Microprocessors: Student Handout
The following handouts can be used with this unit to enhance learning. Each handout is briefly described below. To see the actual handout, click the link "handout."
This handout teaches students the need for clear, concise instructions when programming a task for a microprocessor or "robot." Working individually, students write a set of step-by-step instructions for making peanut butter and jelly sandwiches. Students then try to make sandwiches following each other's instructions. Or, a student or the teacher tries following one set of instructions in front of the entire class.
Fetch, Decode, and Execute
This handout teaches students the three steps a microprocessor uses to process each instruction it is given. It requires a set of index cards on which simple tasks are specified (such as "give this card to someone wearing glasses"). Students use a fetch, decode, and execute process in getting a card, reading it, and performing the instructed task.
This handout helps students experiment with the importance of order and precision in computer commands. Students program human "robots" to do simple tasks using four commands (stand, sit, walk, and turn). The microprocessor's fetch, decode, and execute cycle is also reinforced.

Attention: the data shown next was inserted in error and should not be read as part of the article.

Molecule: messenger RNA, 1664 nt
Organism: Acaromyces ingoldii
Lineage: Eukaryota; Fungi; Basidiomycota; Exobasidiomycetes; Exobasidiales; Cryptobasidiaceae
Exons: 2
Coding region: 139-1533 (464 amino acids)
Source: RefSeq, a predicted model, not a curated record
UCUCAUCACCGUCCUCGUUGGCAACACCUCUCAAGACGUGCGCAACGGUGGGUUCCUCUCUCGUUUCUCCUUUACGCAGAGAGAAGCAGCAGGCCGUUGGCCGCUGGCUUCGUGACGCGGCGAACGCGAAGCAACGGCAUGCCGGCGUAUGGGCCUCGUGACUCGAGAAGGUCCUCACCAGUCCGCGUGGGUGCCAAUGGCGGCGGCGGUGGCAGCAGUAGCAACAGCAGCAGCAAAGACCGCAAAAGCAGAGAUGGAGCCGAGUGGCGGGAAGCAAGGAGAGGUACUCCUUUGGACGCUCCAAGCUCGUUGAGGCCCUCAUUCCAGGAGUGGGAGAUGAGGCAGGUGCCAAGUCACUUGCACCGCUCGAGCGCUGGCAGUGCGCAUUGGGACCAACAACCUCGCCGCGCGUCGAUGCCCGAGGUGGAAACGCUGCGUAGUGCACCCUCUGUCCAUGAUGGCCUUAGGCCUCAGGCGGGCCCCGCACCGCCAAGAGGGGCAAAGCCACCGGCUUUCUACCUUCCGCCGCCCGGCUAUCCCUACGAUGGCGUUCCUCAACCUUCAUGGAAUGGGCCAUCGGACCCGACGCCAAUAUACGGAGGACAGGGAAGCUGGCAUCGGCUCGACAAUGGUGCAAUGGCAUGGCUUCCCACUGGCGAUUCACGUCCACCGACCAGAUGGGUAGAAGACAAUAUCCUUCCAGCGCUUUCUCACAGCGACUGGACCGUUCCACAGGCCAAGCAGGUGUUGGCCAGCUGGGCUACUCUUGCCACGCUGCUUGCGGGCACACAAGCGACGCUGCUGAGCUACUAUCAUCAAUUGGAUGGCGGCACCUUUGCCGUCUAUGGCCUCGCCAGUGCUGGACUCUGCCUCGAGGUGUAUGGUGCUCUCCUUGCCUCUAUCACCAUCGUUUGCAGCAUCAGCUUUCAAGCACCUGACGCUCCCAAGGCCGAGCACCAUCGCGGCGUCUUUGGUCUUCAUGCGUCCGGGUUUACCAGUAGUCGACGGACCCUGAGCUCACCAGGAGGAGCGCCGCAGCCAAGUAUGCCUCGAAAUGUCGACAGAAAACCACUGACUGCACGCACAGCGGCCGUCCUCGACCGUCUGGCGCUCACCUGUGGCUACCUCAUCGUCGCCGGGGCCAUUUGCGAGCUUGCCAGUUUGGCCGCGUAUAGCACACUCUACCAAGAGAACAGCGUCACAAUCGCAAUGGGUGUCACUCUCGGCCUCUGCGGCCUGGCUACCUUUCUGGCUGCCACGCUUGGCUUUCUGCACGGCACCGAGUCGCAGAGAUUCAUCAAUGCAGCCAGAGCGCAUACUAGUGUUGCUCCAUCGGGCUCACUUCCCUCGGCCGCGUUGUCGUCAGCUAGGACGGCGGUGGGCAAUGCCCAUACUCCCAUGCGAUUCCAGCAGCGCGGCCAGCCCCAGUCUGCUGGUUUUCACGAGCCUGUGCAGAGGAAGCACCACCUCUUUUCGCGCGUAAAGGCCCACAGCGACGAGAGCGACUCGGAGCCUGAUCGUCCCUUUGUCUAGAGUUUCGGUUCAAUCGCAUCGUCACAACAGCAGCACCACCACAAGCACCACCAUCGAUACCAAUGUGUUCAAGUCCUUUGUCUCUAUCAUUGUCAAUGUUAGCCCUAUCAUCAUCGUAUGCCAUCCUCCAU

Bugs and Debugging
This handout expands on the lessons learned in the Taking Command handout. It adds conditionals to the repertoire of available commands and teaches students about bugs in software instructions and how to debug them.
How Clean Is Clean?
This handout helps students understand how small the circuits and transistors are on microprocessors. It also explains why working in such a small scale requires the circuits on microprocessors to be created in virtually dust-free environments. Students get to experiment with size relationships.
This handout teaches students about creating things (like microprocessor circuitry) in layers. Students use crayons, coins, and other objects to experiment with layers and masks.
Making a Complex Product
This handout teaches students how the probability of defects is a factor in the manufacturing process of a product like microprocessors.
Miracle of the Microprocessor
This handout (also found in the Technology and Society section) is an essay by Michael S. Malone, author of The Microprocessor: A Biography. It provides a wide-ranging perspective on the importance of the microprocessor as an invention and explains its significance in human history.
Making of a Silicon Chip
This handout (also found in the Technology and Society section) is an informative essay by Michael S. Malone, author of The Microprocessor: A Biography. Students get a detailed but easy-to-follow description of the simple materials and complex process by which microprocessors are manufactured.